“Well, there’s a lot to study and a million interpretations on how to follow it. Most people who go down that path lose their faith in Yeshua and become legalistic.”
I received this common response in college when I asked most Yeshua-followers about studying Torah and following Halacha. A few faces flipped through my mind of people who had eventually rejected Yeshua as their Messiah when they turned to Orthodoxy, so I decided this answer was sufficient. Plus, where would I even begin? All 613 commandments seem like a lot to master, let alone, to understand. I set these thoughts on the back burner and continued living my life as a good believing kid, busy with school, work, and Bible studies.
And then I uprooted from Atlanta, Georgia and moved to Jerusalem.
Thousands of Jews who had faced Torah and asked themselves the same questions now surrounded me. However, instead of inquiries floating in the air, easily ignored, people’s lives were affected directly and outwardly by their interpretations of Torah and the Oral Law. In the midst of these black hats, white stone buildings, and gray trains of thought, I happened to befriend the Michael family.
If you’ve ever met Boaz, Amber, or any of the Michael children, you can immediately recognize their genuine heart of care and dedication to HaShem, family, and the greater Jewish community. They treat me, one of their children’s friends, as their own kid, with open arms and a warm home. Over the course of a few months, I came to understand not only the love of their family but also the basis of their ministry, First Fruits of Zion. At that time, the vision of The Bram Center had just been cast.
As we discussed the concept of a Messianic Jewish Torah Learning Center in the heart of Jerusalem, I became excited. There would be a place where I could ask questions regarding anything from Jewish literature, to Yeshua, to customs I saw being practiced around me but didn’t fully understand. There would be an inquisitive environment full of people who weren’t afraid to wrestle with the Word of G-d and its practical implications without claiming that all the answers are simple or too complicated. Just as Yeshua actively engaged in the religious dialogue of his day, Messianic Judaism could join the conversation from a respected position, based out of The Bram Center in Jerusalem. What potential was held in this seed of an idea!
In early October, under the direction of First Fruits of Zion and the management of the Michaels, The Bram Center opened its doors and lined the walls with beautiful Jewish, Messianic, and Christian literature. I received an invite to the first official program: Lunch & Learn. Lunch & Learn is an hour-long session each Thursday in which we use various resources to discuss the Torah portion over a warm meal. People from different backgrounds, expressions, and ways of thinking attend. I look forward to the brief lesson taught by a rotation of teachers, thought-filled discussion, and our newest tradition of 60-second drashas in which three people share something from the parasha that they found particularly interesting. We leave the Center with a full stomach and new points to ponder.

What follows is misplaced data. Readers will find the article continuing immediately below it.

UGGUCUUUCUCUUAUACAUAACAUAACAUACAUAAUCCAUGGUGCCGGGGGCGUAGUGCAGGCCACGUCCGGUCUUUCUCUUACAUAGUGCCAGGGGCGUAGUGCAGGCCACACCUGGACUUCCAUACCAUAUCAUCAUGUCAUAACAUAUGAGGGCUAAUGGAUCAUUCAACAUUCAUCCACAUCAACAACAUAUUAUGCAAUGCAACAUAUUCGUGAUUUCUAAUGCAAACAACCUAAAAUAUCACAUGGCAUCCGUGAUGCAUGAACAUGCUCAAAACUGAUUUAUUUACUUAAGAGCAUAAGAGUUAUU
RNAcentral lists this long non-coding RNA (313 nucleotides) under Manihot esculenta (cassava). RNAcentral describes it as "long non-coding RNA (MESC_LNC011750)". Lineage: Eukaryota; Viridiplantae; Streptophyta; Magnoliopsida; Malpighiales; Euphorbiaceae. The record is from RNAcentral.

Just last week began the first of many guest lectures to come. Toby Janicki, one of FFOZ’s authors from the United States, hosted a lecture on the striking similarities between certain Chasidic beliefs and the teachings of Yeshua. Around thirty people, of all ages and frameworks, had access to Janicki’s English-written paper as well as the Hebrew version that was recently translated by The Bram Center.
All in all, the work that The Bram Center has begun and will continue to advance is absolutely ground-breaking. Traditional and Orthodox Jewish learning centers, yeshivas, and seminaries fill the streets of Israel and the academic pursuit of Torah permeates Jerusalem. While other Messianic ministries fill certain needs within the community, The Bram Center is able to start bridging the gap between the Messianic and other religious communities by representing Yeshua as the Jewish Messiah who pursued a life of obedience to his Father through Halacha.
What has already been accomplished in these first few months—the establishment of The Bram Center, weekly meetings, and guest lectures—is just the tip of the iceberg. The potential energy of this center is massive. It has the opportunity to break into the Jewish community at large, stir the pot, and bring the message of Yeshua into the forefront of the dialogue as a recognizably Jewish faith.
Just think of how we can harness this energy to prepare the way for the return of our King. The Word of the L-rd will go forth from Tzion, just as it was prophesied, and I’m excited to be an active participant in this process.
I hope to see you around The Bram Center!
Blessings in HaShem,